Singer-songwriter and music producer William Fitzsimmons’ latest record, Mission Bell is a chronicling of the tumultuous last year of his life, particularly of the separation from his second wife. An initial version of the album was originally recorded in Fitzsimmons’ home studio in the summer of 2017 but was subsequently abandoned during the course of, and as a result of, the separation.

In 2018 William traveled to Nashville, TN to start recording the album over from square one. Working with producer Adam Landry (Deer Tick, Los Lobos, k.d. Lang, Vanessa Carlton), Fitzsimmons spent a month’s time rebuilding the lost record, with contributions from friends, including Abby Gundersen and Rosie Thomas. The resulting 11-song album tells the story of a decade-long marriage destroyed and eventually rebuilt from the ground up.

The process and the results are both painful and healing, but also respect the complexity of humans, especially at their worst. This is not an exercise in “good-guy, bad-guy” songwriting; rather an attempt to find empathy, even when people are at their most depraved. Mission Bell includes songs about betrayal, but also reconciliation and forgiveness. Choosing to go deeper than mere absolutism and fate, these are stories of people doing their best, but still managing to often destroy each other in the process.

Wednesday 1/16

Still Woozy at the Entry – SOLD OUT

Still Woozy, born Sven Gamsky, is a solo artist that marries indie rock and electronic sounds from the home base of his garage. After serving for years in a band that he founded, Sven opted for more musical control as a solo artist, with his first five solo tinsels having racked up over 30 million streams on Spotify, including his standout track “Goodie Bag” surpassing 15 million plays. Even with his limited catalogue, Gamsky performed his first solo show in December of last year opening for Knox Fortune and has since opened up for Gus Dapperton and played sold out shows in LA, New York and San Francisco.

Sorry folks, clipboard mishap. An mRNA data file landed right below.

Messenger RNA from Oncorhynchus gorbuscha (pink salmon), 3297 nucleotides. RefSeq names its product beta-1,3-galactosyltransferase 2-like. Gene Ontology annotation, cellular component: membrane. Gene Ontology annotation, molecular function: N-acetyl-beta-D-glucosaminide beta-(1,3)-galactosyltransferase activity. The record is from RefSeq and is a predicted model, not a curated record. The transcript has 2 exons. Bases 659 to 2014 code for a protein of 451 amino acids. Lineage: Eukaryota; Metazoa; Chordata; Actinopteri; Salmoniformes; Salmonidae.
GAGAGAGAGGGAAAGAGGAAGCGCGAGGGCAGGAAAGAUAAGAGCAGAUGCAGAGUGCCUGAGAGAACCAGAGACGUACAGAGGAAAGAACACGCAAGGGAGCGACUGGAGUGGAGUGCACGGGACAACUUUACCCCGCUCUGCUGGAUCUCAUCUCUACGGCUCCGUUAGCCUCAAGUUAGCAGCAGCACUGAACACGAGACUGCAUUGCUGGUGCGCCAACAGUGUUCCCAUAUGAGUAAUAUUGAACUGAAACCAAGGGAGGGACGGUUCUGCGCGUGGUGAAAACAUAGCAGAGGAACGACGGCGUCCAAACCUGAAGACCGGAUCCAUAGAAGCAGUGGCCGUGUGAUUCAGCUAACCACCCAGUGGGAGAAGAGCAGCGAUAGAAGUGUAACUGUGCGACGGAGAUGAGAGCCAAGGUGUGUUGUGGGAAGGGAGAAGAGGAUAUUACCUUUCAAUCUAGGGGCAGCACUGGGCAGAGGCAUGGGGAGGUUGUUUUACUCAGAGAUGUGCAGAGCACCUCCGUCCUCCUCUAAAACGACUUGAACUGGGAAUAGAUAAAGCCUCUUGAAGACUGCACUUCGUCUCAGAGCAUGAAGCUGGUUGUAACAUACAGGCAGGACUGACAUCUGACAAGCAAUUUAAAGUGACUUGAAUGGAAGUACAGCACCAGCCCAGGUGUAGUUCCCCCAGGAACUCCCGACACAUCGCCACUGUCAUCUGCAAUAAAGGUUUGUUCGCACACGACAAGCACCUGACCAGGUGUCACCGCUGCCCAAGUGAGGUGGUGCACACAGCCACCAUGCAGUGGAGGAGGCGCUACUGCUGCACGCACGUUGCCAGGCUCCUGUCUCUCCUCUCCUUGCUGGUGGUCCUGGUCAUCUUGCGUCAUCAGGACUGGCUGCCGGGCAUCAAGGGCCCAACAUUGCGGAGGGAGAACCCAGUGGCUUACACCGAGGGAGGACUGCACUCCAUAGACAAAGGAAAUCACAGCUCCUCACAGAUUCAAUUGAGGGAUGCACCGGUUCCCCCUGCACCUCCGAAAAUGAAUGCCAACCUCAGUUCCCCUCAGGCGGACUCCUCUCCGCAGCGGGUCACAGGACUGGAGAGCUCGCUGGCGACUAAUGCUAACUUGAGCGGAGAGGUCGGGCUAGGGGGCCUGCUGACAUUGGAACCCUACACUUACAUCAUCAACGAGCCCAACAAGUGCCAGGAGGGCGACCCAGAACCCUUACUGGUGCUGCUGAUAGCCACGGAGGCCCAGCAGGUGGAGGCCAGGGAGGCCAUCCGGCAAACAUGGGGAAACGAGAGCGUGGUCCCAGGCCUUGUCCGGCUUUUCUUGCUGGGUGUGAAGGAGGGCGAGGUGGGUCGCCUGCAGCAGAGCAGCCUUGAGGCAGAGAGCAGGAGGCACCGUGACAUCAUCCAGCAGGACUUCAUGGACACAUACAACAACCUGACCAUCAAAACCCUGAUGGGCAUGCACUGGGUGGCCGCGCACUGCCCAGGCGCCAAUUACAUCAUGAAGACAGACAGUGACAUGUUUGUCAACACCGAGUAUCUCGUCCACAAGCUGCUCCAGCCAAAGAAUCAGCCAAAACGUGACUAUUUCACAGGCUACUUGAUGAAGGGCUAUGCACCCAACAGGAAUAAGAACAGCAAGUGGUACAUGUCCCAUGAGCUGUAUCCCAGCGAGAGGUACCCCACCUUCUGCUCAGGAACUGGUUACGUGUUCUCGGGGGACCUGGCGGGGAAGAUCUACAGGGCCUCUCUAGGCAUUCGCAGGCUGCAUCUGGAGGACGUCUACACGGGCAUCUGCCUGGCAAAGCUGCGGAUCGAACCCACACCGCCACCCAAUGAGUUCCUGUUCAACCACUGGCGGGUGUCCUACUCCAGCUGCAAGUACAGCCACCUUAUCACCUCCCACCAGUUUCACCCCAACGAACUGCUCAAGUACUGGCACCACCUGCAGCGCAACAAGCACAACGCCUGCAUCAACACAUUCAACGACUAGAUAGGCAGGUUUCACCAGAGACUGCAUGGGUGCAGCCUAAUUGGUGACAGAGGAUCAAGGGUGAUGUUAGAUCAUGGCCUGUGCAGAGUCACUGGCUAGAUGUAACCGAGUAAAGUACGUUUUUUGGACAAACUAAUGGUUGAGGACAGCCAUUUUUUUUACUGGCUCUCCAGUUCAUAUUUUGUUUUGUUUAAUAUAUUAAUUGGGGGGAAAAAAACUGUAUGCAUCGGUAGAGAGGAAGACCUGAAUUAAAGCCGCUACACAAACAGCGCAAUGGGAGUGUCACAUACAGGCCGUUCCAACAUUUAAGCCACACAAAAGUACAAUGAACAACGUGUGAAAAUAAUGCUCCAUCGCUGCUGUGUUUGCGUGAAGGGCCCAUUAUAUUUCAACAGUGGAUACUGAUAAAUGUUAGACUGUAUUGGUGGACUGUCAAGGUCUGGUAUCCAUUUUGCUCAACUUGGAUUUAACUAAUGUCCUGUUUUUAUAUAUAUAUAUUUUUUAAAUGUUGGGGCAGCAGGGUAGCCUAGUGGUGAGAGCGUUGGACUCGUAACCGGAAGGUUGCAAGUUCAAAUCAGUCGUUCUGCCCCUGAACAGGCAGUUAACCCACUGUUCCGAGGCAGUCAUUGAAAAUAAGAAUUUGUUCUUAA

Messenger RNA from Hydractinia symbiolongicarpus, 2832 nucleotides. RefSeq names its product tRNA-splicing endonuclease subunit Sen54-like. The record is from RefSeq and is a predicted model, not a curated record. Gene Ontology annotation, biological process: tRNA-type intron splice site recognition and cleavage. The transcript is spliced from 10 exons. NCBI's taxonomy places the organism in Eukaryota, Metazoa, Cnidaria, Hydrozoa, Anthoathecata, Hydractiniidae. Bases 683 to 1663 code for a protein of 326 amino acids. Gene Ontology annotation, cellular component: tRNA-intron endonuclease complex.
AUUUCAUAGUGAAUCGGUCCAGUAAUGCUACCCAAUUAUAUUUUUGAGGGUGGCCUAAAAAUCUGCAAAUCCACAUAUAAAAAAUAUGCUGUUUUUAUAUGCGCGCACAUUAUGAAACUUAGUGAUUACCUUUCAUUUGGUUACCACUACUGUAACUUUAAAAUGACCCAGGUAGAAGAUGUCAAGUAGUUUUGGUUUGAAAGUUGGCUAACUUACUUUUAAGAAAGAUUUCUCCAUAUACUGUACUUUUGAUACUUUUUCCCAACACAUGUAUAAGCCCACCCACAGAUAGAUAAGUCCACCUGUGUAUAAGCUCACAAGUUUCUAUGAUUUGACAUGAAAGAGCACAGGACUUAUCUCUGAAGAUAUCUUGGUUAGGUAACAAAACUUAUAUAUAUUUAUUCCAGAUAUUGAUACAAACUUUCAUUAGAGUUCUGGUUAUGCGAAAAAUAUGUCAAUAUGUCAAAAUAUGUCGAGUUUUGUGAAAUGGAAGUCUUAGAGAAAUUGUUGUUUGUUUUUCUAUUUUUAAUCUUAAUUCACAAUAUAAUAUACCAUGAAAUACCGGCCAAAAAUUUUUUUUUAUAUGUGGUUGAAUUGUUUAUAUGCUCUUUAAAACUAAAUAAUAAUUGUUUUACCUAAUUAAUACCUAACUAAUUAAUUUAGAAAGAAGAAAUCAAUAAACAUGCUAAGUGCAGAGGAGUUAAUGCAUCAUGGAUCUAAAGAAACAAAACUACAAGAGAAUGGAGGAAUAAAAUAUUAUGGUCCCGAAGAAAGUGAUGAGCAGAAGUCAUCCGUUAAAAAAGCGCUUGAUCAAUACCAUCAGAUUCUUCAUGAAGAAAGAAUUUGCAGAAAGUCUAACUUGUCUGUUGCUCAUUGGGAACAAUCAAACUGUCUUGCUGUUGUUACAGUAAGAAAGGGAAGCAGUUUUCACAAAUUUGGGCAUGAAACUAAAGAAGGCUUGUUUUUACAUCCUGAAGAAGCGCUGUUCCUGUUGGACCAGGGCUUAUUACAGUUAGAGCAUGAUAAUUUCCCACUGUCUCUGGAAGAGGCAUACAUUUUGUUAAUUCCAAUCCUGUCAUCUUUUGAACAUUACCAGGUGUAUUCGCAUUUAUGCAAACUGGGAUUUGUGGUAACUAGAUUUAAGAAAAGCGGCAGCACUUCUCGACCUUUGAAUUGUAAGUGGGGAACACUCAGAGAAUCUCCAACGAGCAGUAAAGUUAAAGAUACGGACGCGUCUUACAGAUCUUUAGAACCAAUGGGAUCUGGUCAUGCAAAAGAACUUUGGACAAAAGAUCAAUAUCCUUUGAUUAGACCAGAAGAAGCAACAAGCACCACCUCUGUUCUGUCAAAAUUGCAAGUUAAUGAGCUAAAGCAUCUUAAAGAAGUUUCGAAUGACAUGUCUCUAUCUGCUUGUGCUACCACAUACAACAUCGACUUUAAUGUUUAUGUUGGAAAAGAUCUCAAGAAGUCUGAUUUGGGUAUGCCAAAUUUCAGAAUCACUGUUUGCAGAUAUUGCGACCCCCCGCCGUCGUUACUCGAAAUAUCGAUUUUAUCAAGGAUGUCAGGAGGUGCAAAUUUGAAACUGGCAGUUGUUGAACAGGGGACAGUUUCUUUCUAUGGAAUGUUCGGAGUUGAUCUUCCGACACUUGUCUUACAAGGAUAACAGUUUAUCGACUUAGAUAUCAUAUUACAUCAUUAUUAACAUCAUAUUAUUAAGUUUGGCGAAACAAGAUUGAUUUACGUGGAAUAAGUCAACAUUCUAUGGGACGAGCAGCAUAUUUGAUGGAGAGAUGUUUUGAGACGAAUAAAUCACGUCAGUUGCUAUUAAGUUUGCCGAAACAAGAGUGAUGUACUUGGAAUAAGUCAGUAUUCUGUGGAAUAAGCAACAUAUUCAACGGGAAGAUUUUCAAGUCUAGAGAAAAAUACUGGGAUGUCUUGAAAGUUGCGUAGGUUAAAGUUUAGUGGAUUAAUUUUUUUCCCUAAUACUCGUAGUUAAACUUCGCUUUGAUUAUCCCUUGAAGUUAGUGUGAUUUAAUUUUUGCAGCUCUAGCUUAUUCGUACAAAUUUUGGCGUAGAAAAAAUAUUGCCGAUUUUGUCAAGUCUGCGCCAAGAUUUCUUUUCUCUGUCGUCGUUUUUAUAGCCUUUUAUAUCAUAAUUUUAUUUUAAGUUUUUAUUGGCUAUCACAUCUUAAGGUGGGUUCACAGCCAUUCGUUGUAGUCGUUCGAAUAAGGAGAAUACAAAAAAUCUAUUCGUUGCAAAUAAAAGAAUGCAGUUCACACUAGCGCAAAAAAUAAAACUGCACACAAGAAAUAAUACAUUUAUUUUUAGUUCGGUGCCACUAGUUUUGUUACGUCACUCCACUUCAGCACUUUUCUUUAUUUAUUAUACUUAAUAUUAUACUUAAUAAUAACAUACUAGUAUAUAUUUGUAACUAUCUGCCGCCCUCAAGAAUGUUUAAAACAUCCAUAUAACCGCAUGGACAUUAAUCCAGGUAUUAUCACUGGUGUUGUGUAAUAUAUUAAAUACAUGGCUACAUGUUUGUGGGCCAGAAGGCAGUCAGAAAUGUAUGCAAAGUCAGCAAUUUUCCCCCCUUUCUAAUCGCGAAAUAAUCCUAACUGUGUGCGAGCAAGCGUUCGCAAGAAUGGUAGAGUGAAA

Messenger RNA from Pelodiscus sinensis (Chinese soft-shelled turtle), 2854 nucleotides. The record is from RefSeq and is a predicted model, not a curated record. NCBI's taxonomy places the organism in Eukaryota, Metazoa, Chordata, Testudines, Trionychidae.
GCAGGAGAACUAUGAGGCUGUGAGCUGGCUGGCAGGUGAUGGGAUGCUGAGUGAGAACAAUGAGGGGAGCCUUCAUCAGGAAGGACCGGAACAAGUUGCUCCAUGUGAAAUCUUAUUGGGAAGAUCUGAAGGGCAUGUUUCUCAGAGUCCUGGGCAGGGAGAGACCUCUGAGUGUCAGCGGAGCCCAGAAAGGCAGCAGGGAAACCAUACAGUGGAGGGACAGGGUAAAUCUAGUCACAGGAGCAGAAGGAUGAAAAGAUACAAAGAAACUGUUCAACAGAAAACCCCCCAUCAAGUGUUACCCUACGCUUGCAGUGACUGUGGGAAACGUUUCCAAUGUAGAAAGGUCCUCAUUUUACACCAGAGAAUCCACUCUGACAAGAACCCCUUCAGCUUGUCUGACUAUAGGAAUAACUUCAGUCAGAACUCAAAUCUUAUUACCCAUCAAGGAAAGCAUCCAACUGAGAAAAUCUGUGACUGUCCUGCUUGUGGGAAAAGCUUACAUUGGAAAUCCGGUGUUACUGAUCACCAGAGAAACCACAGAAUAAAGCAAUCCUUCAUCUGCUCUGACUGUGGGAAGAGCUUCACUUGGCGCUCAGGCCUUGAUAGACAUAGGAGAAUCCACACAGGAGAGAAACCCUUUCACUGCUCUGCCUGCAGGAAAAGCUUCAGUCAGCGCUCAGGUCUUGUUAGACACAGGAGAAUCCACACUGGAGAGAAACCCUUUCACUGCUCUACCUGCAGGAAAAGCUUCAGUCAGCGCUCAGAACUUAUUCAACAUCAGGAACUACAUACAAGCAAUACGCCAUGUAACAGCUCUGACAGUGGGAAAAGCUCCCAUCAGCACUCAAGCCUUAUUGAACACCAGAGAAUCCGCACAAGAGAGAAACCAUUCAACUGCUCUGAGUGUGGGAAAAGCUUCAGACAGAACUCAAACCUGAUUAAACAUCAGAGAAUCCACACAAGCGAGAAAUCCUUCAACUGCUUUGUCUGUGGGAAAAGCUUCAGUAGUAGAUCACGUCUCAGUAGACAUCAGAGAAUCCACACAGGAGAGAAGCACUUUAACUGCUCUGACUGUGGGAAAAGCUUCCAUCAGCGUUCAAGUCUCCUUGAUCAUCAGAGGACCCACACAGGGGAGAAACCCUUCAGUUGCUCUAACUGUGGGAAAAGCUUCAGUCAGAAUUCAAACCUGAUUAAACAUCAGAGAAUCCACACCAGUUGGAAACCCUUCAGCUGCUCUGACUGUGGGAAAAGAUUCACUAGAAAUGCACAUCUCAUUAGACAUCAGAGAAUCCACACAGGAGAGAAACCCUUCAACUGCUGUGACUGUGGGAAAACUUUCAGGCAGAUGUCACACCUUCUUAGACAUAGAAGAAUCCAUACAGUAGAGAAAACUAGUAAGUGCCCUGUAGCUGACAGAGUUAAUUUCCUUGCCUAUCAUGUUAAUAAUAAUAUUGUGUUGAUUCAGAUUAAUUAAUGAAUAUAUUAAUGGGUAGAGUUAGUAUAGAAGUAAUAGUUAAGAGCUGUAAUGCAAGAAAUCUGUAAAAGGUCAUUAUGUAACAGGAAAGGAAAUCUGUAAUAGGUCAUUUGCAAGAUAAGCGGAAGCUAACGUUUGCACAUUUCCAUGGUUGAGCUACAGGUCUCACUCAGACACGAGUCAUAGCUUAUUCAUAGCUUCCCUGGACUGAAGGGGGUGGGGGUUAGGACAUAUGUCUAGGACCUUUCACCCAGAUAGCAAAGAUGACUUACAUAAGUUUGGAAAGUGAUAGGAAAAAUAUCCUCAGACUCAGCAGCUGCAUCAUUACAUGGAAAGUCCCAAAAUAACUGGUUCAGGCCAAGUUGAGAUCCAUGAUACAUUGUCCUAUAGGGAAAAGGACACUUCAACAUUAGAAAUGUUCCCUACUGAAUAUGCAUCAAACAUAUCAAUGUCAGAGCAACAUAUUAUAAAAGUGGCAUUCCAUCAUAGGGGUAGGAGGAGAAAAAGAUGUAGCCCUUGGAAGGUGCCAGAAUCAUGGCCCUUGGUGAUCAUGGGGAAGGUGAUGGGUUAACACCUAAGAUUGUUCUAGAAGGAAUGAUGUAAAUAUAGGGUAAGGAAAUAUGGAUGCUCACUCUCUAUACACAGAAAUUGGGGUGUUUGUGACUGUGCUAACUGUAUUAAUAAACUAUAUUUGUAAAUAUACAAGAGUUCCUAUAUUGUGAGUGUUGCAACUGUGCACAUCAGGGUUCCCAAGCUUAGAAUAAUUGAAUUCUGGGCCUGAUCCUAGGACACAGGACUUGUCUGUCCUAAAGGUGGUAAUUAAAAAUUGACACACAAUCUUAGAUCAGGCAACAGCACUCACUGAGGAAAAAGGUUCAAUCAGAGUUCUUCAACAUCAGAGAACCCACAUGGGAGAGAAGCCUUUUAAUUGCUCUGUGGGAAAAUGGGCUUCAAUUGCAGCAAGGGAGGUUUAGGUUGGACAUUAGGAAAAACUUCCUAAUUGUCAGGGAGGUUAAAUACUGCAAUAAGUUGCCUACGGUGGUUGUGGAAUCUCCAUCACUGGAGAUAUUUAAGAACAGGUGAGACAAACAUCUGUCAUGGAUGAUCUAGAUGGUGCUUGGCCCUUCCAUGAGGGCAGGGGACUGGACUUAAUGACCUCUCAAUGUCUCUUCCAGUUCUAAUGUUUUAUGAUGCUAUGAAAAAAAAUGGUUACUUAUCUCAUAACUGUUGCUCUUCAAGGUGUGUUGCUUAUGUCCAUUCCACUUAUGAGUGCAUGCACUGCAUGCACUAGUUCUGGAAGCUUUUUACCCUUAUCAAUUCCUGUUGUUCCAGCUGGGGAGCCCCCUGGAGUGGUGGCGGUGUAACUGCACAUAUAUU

Sven recently released a new single “Habit” and is slated to release a new EP coming in early 2019. I’ve got a press release with more info on “Habit” and Still Woozy linked below.

Friday 1/18

Lala Lala at the Entry – TICKETS

“The Lamb was written during a time of intense paranoia after a home invasion, deaths of loved ones and general violence around me and my friends,” says Lillie West, the Chicago-based songwriter behind Lala Lala. “I started to frequently and vividly imagine the end of the world, often becoming too frightened to leave my house. This led me to spend a lot of time examining my relationships and the choices I’d made, often wondering if they were correct and/or kind.”

West initially started Lala Lala as a way to communicate things that she felt she could never say out loud. But on The Lamb, her sophomore LP and debut for Hardly Art, she has found strength in vulnerability. Through bracing hooks and sharp lyrics, the 24-year-old songwriter and guitarist illustrates a nuanced look on her own adulthood — her fraught insecurity, struggles with addiction, and the loss of several people close to her.

Originally from London, West moved with her family to Los Angeles, where she spent her teenage years, and later to Chicago, where she enrolled at the School of the Art Institute of Chicago. Inspired by those cities’ DIY music communities, she started Lala Lala as an outlet where she could process her new experiences, which often involved toxic relationships and partying around the city with beloved friends. The turbulence in West’s life throughout that period resulted in an abrasive but tender debut album, Sleepyhead (self-released, 2016). West decided to quit drinking, and she began booking her own DIY tours across the country. Sobriety provided her with a newfound sense of self and clarity, and she began writing the songs for The Lamb while also starting the process of re-learning how to live her life.